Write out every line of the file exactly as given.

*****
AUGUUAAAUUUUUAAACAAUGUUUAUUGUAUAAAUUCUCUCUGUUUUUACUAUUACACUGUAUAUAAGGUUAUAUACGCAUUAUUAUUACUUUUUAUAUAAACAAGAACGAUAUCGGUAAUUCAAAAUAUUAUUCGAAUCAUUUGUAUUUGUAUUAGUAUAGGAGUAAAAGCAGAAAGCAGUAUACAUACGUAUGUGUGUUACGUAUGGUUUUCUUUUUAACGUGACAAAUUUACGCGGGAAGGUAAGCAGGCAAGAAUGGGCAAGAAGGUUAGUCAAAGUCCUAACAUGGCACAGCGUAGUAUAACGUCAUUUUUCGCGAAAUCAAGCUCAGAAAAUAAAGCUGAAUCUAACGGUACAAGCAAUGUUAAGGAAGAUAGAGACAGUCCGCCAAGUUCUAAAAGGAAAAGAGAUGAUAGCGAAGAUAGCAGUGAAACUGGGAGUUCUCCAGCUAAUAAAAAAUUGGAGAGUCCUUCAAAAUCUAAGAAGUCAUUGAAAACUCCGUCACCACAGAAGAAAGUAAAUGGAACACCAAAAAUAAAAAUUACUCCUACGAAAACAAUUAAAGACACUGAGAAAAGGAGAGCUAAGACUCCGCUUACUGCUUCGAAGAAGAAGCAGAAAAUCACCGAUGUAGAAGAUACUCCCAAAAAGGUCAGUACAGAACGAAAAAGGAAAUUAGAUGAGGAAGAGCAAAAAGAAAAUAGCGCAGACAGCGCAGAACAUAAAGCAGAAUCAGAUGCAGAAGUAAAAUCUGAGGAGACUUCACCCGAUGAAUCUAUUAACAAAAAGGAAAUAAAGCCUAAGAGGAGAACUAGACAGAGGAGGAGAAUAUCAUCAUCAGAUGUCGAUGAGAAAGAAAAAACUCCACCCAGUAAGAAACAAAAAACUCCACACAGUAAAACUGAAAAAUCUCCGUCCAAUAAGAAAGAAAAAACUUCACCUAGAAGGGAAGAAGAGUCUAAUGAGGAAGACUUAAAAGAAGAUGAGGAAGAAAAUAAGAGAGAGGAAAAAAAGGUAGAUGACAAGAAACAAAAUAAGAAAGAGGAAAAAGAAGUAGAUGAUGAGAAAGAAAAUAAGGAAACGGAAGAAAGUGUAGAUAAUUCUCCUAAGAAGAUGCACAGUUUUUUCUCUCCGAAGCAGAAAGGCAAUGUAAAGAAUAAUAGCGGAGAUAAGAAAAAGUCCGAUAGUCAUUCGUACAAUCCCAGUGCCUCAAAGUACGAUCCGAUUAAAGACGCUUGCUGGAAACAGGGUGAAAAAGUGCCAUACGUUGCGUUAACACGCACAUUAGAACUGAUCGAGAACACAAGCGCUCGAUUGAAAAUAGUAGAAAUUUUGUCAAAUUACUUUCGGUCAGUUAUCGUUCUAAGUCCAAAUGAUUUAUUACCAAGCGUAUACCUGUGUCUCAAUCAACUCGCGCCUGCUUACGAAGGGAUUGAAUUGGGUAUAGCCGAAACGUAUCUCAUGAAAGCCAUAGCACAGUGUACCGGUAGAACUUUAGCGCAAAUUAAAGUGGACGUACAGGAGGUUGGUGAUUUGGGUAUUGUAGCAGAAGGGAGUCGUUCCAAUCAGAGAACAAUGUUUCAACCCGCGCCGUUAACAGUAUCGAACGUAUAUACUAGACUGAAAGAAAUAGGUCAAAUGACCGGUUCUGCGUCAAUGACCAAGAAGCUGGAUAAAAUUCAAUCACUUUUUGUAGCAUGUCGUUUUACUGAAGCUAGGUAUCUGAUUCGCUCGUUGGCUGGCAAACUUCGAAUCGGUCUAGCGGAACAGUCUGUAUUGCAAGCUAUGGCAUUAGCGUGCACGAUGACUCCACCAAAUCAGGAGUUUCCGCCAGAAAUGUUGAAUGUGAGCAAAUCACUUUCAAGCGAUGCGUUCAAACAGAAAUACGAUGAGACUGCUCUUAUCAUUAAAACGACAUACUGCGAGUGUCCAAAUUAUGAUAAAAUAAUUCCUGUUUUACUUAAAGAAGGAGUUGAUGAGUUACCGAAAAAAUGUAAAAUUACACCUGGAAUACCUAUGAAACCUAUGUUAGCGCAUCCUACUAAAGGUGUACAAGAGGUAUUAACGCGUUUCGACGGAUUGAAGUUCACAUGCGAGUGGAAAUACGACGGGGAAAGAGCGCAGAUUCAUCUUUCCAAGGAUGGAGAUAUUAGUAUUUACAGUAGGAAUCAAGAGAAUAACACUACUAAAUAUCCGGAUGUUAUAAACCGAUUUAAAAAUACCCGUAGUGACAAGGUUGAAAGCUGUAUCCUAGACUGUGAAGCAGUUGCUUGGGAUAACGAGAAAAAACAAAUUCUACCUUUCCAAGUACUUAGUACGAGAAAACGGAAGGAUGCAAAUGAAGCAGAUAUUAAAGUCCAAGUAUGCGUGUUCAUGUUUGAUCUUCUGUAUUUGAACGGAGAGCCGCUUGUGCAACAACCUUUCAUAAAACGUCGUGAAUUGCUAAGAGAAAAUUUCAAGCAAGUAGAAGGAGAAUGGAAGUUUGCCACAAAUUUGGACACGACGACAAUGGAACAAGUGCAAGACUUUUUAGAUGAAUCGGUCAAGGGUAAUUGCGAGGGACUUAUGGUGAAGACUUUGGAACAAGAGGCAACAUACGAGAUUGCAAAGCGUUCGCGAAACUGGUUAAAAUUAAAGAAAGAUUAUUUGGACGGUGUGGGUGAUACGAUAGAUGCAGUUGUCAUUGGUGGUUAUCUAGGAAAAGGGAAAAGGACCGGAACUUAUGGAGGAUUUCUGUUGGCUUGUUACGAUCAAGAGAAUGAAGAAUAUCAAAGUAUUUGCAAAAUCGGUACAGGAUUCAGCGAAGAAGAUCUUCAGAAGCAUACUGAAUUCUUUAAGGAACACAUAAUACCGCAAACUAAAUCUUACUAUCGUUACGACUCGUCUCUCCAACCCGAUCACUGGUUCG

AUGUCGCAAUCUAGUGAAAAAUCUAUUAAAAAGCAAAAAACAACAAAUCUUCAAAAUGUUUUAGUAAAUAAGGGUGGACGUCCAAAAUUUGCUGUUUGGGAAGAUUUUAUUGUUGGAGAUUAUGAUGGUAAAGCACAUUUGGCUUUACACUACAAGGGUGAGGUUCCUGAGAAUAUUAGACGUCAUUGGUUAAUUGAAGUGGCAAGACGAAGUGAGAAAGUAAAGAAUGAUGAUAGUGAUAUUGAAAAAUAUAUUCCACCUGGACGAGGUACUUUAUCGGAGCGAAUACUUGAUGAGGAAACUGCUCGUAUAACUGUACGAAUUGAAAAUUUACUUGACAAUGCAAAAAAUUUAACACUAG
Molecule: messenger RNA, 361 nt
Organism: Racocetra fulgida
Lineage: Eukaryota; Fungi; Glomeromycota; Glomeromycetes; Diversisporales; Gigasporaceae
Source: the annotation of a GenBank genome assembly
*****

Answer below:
AUGUUAAAUUUUUAAACAAUGUUUAUUGUAUAAAUUCUCUCUGUUUUUACUAUUACACUGUAUAUAAGGUUAUAUACGCAUUAUUAUUACUUUUUAUAUAAACAAGAACGAUAUCGGUAAUUCAAAAUAUUAUUCGAAUCAUUUGUAUUUGUAUUAGUAUAGGAGUAAAAGCAGAAAGCAGUAUACAUACGUAUGUGUGUUACGUAUGGUUUUCUUUUUAACGUGACAAAUUUACGCGGGAAGGUAAGCAGGCAAGAAUGGGCAAGAAGGUUAGUCAAAGUCCUAACAUGGCACAGCGUAGUAUAACGUCAUUUUUCGCGAAAUCAAGCUCAGAAAAUAAAGCUGAAUCUAACGGUACAAGCAAUGUUAAGGAAGAUAGAGACAGUCCGCCAAGUUCUAAAAGGAAAAGAGAUGAUAGCGAAGAUAGCAGUGAAACUGGGAGUUCUCCAGCUAAUAAAAAAUUGGAGAGUCCUUCAAAAUCUAAGAAGUCAUUGAAAACUCCGUCACCACAGAAGAAAGUAAAUGGAACACCAAAAAUAAAAAUUACUCCUACGAAAACAAUUAAAGACACUGAGAAAAGGAGAGCUAAGACUCCGCUUACUGCUUCGAAGAAGAAGCAGAAAAUCACCGAUGUAGAAGAUACUCCCAAAAAGGUCAGUACAGAACGAAAAAGGAAAUUAGAUGAGGAAGAGCAAAAAGAAAAUAGCGCAGACAGCGCAGAACAUAAAGCAGAAUCAGAUGCAGAAGUAAAAUCUGAGGAGACUUCACCCGAUGAAUCUAUUAACAAAAAGGAAAUAAAGCCUAAGAGGAGAACUAGACAGAGGAGGAGAAUAUCAUCAUCAGAUGUCGAUGAGAAAGAAAAAACUCCACCCAGUAAGAAACAAAAAACUCCACACAGUAAAACUGAAAAAUCUCCGUCCAAUAAGAAAGAAAAAACUUCACCUAGAAGGGAAGAAGAGUCUAAUGAGGAAGACUUAAAAGAAGAUGAGGAAGAAAAUAAGAGAGAGGAAAAAAAGGUAGAUGACAAGAAACAAAAUAAGAAAGAGGAAAAAGAAGUAGAUGAUGAGAAAGAAAAUAAGGAAACGGAAGAAAGUGUAGAUAAUUCUCCUAAGAAGAUGCACAGUUUUUUCUCUCCGAAGCAGAAAGGCAAUGUAAAGAAUAAUAGCGGAGAUAAGAAAAAGUCCGAUAGUCAUUCGUACAAUCCCAGUGCCUCAAAGUACGAUCCGAUUAAAGACGCUUGCUGGAAACAGGGUGAAAAAGUGCCAUACGUUGCGUUAACACGCACAUUAGAACUGAUCGAGAACACAAGCGCUCGAUUGAAAAUAGUAGAAAUUUUGUCAAAUUACUUUCGGUCAGUUAUCGUUCUAAGUCCAAAUGAUUUAUUACCAAGCGUAUACCUGUGUCUCAAUCAACUCGCGCCUGCUUACGAAGGGAUUGAAUUGGGUAUAGCCGAAACGUAUCUCAUGAAAGCCAUAGCACAGUGUACCGGUAGAACUUUAGCGCAAAUUAAAGUGGACGUACAGGAGGUUGGUGAUUUGGGUAUUGUAGCAGAAGGGAGUCGUUCCAAUCAGAGAACAAUGUUUCAACCCGCGCCGUUAACAGUAUCGAACGUAUAUACUAGACUGAAAGAAAUAGGUCAAAUGACCGGUUCUGCGUCAAUGACCAAGAAGCUGGAUAAAAUUCAAUCACUUUUUGUAGCAUGUCGUUUUACUGAAGCUAGGUAUCUGAUUCGCUCGUUGGCUGGCAAACUUCGAAUCGGUCUAGCGGAACAGUCUGUAUUGCAAGCUAUGGCAUUAGCGUGCACGAUGACUCCACCAAAUCAGGAGUUUCCGCCAGAAAUGUUGAAUGUGAGCAAAUCACUUUCAAGCGAUGCGUUCAAACAGAAAUACGAUGAGACUGCUCUUAUCAUUAAAACGACAUACUGCGAGUGUCCAAAUUAUGAUAAAAUAAUUCCUGUUUUACUUAAAGAAGGAGUUGAUGAGUUACCGAAAAAAUGUAAAAUUACACCUGGAAUACCUAUGAAACCUAUGUUAGCGCAUCCUACUAAAGGUGUACAAGAGGUAUUAACGCGUUUCGACGGAUUGAAGUUCACAUGCGAGUGGAAAUACGACGGGGAAAGAGCGCAGAUUCAUCUUUCCAAGGAUGGAGAUAUUAGUAUUUACAGUAGGAAUCAAGAGAAUAACACUACUAAAUAUCCGGAUGUUAUAAACCGAUUUAAAAAUACCCGUAGUGACAAGGUUGAAAGCUGUAUCCUAGACUGUGAAGCAGUUGCUUGGGAUAACGAGAAAAAACAAAUUCUACCUUUCCAAGUACUUAGUACGAGAAAACGGAAGGAUGCAAAUGAAGCAGAUAUUAAAGUCCAAGUAUGCGUGUUCAUGUUUGAUCUUCUGUAUUUGAACGGAGAGCCGCUUGUGCAACAACCUUUCAUAAAACGUCGUGAAUUGCUAAGAGAAAAUUUCAAGCAAGUAGAAGGAGAAUGGAAGUUUGCCACAAAUUUGGACACGACGACAAUGGAACAAGUGCAAGACUUUUUAGAUGAAUCGGUCAAGGGUAAUUGCGAGGGACUUAUGGUGAAGACUUUGGAACAAGAGGCAACAUACGAGAUUGCAAAGCGUUCGCGAAACUGGUUAAAAUUAAAGAAAGAUUAUUUGGACGGUGUGGGUGAUACGAUAGAUGCAGUUGUCAUUGGUGGUUAUCUAGGAAAAGGGAAAAGGACCGGAACUUAUGGAGGAUUUCUGUUGGCUUGUUACGAUCAAGAGAAUGAAGAAUAUCAAAGUAUUUGCAAAAUCGGUACAGGAUUCAGCGAAGAAGAUCUUCAGAAGCAUACUGAAUUCUUUAAGGAACACAUAAUACCGCAAACUAAAUCUUACUAUCGUUACGACUCGUCUCUCCAACCCGAUCACUGGUUCG

AUGUCGCAAUCUAGUGAAAAAUCUAUUAAAAAGCAAAAAACAACAAAUCUUCAAAAUGUUUUAGUAAAUAAGGGUGGACGUCCAAAAUUUGCUGUUUGGGAAGAUUUUAUUGUUGGAGAUUAUGAUGGUAAAGCACAUUUGGCUUUACACUACAAGGGUGAGGUUCCUGAGAAUAUUAGACGUCAUUGGUUAAUUGAAGUGGCAAGACGAAGUGAGAAAGUAAAGAAUGAUGAUAGUGAUAUUGAAAAAUAUAUUCCACCUGGACGAGGUACUUUAUCGGAGCGAAUACUUGAUGAGGAAACUGCUCGUAUAACUGUACGAAUUGAAAAUUUACUUGACAAUGCAAAAAAUUUAACACUAG
Molecule: messenger RNA, 361 nt
Organism: Racocetra fulgida
Lineage: Eukaryota; Fungi; Glomeromycota; Glomeromycetes; Diversisporales; Gigasporaceae
Source: the annotation of a GenBank genome assembly